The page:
Backstage Pass: Twisted Pine with a stranger
I met a stranger this Tuesday at The Ark.
Now at my keyboard, I want to make another introduction to you: Here is Backstage Pass, The Daily’s new series where writers share their experiences meeting new people in the setting of Ann Arbor’s arts scene.
At the top of the staircase in this house of folk, I kept an eye out for indicators of an undergraduate female in the line of people ascending the staircase. A girl in a red coat came up to me asking if I was Alex. Easy.
Mariah Scissom, LSA sophomore, joined me for Twisted Pine’s performance at The Ark on “Take A Chance Tuesday,” where non perishable food donations were welcomed in place of ticket fare.
In the prelude to the performance, we talked about Fleetwood Mac’s Rumours, an album thematically and sequentially linked to the breakups of the band members. I also learned that Mic Fleetwood is a member of Fleetwood Mac, and we agreed Fleetwood Mic would have probably been a less suitable band name. So it felt eerily coincidental that, after this conversation, Twisted Pine’s performance seemed to be love-themed and spoke to bad relationships. The night’s set featured “Bad Boyfriend” — for all of those in the audience who have had a bad boyfriend “or are a bad boyfriend,” said guitarist Rachel Sumner.
While I watched the quartet strum on stage, I thought about how I would confront the unfamiliar task of how to write about music. I’m not well-versed in the language of music — I don’t know how to speak about it — but I believe I know how to engage my ears. I let myself absorb the beats and vibrations from the instruments and vocals, physically feeling the emotion in the music. I really try to listen to the lyrics so they register as words rather than sounds, listening and connecting to the stories that singers vocalize.
I realized that music is another medium, like visual art, to share universal themes, feelings and passions that everyone will experience in some way. In the dim lighting of this music hall, an audience of strangers engaged in communal listening, captivated by the unifying vibrations and vocals of Twisted Pine.
This felt like the right type of place to meet a new person. Art is a good fostering ground for connection. Music and art filled our conversations, and together we shared the experience of enjoying the music. We commented on what we had expected and were surprised by during the breaks between songs, and we laughed at funny commentary from the performers.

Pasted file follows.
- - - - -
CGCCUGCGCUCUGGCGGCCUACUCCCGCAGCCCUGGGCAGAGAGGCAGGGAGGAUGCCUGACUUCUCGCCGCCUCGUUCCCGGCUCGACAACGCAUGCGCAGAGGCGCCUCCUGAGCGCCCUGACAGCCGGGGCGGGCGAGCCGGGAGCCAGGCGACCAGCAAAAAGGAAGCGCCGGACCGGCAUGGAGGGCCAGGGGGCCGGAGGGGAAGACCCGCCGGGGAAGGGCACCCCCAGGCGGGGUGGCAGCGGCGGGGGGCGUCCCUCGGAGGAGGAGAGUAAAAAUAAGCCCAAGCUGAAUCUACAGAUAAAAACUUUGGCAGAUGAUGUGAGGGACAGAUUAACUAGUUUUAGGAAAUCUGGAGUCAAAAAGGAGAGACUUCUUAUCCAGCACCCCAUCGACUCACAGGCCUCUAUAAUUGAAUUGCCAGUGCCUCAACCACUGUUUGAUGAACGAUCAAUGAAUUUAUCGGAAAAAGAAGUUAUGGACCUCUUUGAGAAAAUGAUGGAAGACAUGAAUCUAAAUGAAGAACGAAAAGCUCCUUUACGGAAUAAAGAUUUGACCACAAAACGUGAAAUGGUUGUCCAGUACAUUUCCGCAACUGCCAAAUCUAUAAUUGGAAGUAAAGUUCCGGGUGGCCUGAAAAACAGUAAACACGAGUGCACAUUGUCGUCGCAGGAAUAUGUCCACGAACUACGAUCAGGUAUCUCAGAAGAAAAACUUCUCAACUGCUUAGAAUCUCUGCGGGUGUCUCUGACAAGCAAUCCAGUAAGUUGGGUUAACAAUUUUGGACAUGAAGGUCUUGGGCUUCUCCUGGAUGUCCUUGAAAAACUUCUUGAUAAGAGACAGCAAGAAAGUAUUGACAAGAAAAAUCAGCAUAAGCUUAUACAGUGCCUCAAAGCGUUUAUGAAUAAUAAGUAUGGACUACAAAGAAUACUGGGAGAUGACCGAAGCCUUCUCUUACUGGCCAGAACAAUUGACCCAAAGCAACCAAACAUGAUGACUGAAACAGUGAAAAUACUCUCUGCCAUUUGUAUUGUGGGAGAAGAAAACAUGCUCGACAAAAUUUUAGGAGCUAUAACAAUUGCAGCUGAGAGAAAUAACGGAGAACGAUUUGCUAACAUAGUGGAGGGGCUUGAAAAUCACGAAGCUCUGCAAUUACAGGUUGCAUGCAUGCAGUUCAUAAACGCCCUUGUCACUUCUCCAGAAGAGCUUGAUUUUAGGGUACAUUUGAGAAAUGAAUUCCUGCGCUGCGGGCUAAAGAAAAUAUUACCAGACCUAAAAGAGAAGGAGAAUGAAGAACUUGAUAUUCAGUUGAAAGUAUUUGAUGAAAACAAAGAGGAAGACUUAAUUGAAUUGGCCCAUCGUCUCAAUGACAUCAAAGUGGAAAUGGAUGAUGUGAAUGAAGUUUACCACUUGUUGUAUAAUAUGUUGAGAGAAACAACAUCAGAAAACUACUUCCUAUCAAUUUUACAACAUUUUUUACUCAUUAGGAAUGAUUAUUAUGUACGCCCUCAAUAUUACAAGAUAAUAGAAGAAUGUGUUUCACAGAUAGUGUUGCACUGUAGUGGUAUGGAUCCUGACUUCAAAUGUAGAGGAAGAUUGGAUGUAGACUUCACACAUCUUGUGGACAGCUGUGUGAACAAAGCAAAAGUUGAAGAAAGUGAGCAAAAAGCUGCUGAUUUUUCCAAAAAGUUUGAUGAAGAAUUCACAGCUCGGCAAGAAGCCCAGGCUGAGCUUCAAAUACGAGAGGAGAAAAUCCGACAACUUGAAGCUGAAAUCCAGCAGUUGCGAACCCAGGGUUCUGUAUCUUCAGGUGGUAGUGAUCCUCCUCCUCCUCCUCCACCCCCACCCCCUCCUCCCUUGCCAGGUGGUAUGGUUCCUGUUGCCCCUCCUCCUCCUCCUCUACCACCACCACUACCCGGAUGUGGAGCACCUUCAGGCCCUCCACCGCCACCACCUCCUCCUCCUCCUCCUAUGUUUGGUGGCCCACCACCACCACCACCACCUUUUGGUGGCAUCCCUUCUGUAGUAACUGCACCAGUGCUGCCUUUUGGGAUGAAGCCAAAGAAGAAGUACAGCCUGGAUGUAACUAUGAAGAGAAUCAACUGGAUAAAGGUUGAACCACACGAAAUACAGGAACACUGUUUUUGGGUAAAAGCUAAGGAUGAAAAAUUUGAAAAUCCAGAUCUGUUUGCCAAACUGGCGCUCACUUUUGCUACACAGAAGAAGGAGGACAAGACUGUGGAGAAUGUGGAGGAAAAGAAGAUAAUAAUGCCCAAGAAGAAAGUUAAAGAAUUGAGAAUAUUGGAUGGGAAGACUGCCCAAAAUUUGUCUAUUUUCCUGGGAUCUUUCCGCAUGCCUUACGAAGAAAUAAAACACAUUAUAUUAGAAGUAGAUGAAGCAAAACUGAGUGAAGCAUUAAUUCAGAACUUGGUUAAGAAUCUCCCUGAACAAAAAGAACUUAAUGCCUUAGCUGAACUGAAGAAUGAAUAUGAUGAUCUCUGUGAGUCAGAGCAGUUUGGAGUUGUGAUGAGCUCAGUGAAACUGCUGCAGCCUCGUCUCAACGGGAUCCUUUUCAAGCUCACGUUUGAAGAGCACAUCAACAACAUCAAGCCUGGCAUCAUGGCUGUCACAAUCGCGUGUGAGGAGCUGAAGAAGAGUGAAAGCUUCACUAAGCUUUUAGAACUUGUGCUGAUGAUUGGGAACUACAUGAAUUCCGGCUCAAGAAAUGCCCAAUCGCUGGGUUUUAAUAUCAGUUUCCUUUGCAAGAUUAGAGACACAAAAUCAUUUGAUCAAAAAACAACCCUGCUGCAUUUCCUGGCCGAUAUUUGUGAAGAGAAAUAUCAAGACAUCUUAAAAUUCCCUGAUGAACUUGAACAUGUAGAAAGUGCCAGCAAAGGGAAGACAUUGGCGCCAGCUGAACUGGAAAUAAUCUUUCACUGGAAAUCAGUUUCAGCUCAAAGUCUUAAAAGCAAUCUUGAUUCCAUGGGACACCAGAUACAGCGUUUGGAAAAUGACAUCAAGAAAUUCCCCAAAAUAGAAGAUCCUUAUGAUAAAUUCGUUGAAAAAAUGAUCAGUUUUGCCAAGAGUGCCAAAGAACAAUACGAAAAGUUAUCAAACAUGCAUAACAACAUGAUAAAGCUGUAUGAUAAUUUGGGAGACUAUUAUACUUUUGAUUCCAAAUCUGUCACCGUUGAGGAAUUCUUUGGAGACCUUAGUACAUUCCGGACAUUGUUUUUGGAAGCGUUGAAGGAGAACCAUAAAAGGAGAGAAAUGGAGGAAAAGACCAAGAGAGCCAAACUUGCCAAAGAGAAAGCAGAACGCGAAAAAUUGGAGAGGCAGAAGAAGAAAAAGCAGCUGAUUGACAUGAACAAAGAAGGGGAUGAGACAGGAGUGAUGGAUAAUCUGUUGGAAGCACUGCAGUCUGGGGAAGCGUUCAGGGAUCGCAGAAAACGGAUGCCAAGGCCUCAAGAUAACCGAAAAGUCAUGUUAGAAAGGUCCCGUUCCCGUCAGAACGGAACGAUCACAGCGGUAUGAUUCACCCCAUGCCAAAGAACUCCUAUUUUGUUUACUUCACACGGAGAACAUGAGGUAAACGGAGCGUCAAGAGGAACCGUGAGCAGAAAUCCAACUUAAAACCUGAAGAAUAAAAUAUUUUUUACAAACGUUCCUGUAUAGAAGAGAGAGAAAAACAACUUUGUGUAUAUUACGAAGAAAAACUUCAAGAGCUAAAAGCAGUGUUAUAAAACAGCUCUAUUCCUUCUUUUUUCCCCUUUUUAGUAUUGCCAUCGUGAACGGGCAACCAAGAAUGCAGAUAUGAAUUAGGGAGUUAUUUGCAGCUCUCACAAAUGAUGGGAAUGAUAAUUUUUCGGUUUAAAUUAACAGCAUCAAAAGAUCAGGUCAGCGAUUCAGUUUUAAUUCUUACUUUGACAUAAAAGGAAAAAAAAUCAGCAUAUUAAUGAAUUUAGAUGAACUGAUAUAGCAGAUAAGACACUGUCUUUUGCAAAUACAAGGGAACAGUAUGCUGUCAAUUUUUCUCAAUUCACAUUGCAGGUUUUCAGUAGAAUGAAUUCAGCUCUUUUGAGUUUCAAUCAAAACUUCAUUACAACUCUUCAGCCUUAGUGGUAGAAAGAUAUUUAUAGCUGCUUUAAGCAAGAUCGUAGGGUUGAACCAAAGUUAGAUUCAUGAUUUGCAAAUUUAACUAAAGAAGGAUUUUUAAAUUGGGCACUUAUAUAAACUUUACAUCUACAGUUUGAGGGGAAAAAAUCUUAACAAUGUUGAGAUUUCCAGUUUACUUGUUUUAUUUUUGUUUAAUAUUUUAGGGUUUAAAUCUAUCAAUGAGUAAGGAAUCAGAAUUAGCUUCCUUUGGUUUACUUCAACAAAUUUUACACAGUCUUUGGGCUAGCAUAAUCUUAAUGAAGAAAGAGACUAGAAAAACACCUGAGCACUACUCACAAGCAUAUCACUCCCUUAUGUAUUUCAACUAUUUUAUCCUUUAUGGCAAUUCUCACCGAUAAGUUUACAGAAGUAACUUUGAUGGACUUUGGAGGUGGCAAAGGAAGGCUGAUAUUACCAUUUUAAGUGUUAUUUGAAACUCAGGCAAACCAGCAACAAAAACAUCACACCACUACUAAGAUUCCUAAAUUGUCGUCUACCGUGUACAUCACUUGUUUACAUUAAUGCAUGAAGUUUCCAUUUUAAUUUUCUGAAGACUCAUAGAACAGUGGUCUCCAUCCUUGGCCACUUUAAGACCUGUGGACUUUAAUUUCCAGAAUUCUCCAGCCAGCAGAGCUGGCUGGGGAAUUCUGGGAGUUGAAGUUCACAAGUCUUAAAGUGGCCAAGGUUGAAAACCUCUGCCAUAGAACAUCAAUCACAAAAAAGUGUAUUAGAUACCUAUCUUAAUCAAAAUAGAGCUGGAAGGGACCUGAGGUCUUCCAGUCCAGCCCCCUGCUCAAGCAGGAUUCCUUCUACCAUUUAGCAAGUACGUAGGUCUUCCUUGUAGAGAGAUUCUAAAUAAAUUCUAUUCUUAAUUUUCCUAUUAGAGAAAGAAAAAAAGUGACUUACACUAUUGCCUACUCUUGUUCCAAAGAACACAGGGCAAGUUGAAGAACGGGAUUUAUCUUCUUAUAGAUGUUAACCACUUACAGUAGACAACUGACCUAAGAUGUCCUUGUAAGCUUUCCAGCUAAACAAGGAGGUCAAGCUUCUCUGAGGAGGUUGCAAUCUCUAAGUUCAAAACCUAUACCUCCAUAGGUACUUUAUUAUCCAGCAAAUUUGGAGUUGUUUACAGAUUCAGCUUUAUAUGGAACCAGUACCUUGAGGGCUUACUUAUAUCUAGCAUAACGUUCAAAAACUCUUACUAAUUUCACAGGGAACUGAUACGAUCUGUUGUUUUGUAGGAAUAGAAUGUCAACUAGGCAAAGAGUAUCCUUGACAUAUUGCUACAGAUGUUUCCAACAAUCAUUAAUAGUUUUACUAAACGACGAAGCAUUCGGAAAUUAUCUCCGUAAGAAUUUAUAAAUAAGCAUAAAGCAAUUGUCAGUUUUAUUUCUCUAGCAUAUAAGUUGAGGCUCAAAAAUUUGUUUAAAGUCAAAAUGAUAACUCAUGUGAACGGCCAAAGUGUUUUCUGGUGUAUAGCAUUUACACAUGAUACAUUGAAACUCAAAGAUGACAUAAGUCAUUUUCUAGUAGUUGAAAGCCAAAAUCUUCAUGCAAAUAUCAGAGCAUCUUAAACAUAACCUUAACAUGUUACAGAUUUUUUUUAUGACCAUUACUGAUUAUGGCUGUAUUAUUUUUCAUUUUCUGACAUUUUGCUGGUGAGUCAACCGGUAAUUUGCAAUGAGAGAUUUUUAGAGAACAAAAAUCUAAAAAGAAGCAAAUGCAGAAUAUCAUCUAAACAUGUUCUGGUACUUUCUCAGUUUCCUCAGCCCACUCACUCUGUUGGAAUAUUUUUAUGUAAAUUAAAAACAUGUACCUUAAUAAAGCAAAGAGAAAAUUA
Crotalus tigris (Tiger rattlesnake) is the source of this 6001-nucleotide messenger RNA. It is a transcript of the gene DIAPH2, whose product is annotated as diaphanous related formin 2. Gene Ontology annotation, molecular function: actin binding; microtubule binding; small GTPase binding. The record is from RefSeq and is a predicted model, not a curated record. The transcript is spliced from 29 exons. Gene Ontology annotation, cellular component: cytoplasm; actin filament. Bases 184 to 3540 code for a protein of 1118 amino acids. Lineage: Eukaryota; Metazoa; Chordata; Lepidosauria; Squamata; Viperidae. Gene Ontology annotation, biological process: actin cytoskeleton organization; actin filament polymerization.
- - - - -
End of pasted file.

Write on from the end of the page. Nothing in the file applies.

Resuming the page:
Mariah told me she doesn’t really know how to talk about music either. But she helped me out in trying to explain the sounds we experienced.
“It was a little folky, wasn't it?” she said. “But it also kinda had some flair.”
I would say so. Twisted Pine’s website describes the band as a quartet that has progressed from its bluegrass origins, moving “beyond the standard verse-chorus-solo structure of traditional string bands ... (bringing) the enveloping sound and pop hooks of indie music to an acoustic instrumental setting.”
The band brought a good energy that was visible in their group dynamic on stage.
“You could tell they all supported each other ‘cause they would just smile at each other or nod along when someone was doing a solo,” Mariah said. “The whole vibe of the band and the way they interact with each other made it more interesting and more fun.”
The members of Twisted Pine connected with each other and connected in creating music. And being the visual arts lover I am, the visual elements of the performance piqued my curiosity: the color blocking on fiddler Kathleen Parks’s shift dress, Rachel Sumner’s striking resemblance to my cousin, the sway of the bass in Chris Sartori’s grip and Mandolinist Dan Bui’s expression of concentration and passion as he played his instrument.
The performance ended on a familiar note: some Bill Monroe, The Beatles and a warm farewell from Sumner: “Thank you Michigan, we love you!”
Afterward, we walked up Main Street until we broke off at State Theatre. We are both Art History majors, and along the way, we shared our aspirations to forge professional careers in the art world. So, my night ended on an exciting note — high from talking about my passions and dreams. In saying farewell to this stranger that I may not meet again, to this band I may not see again, I took away with me invigorated optimism for the power of art to connect people — strangers and friends alike.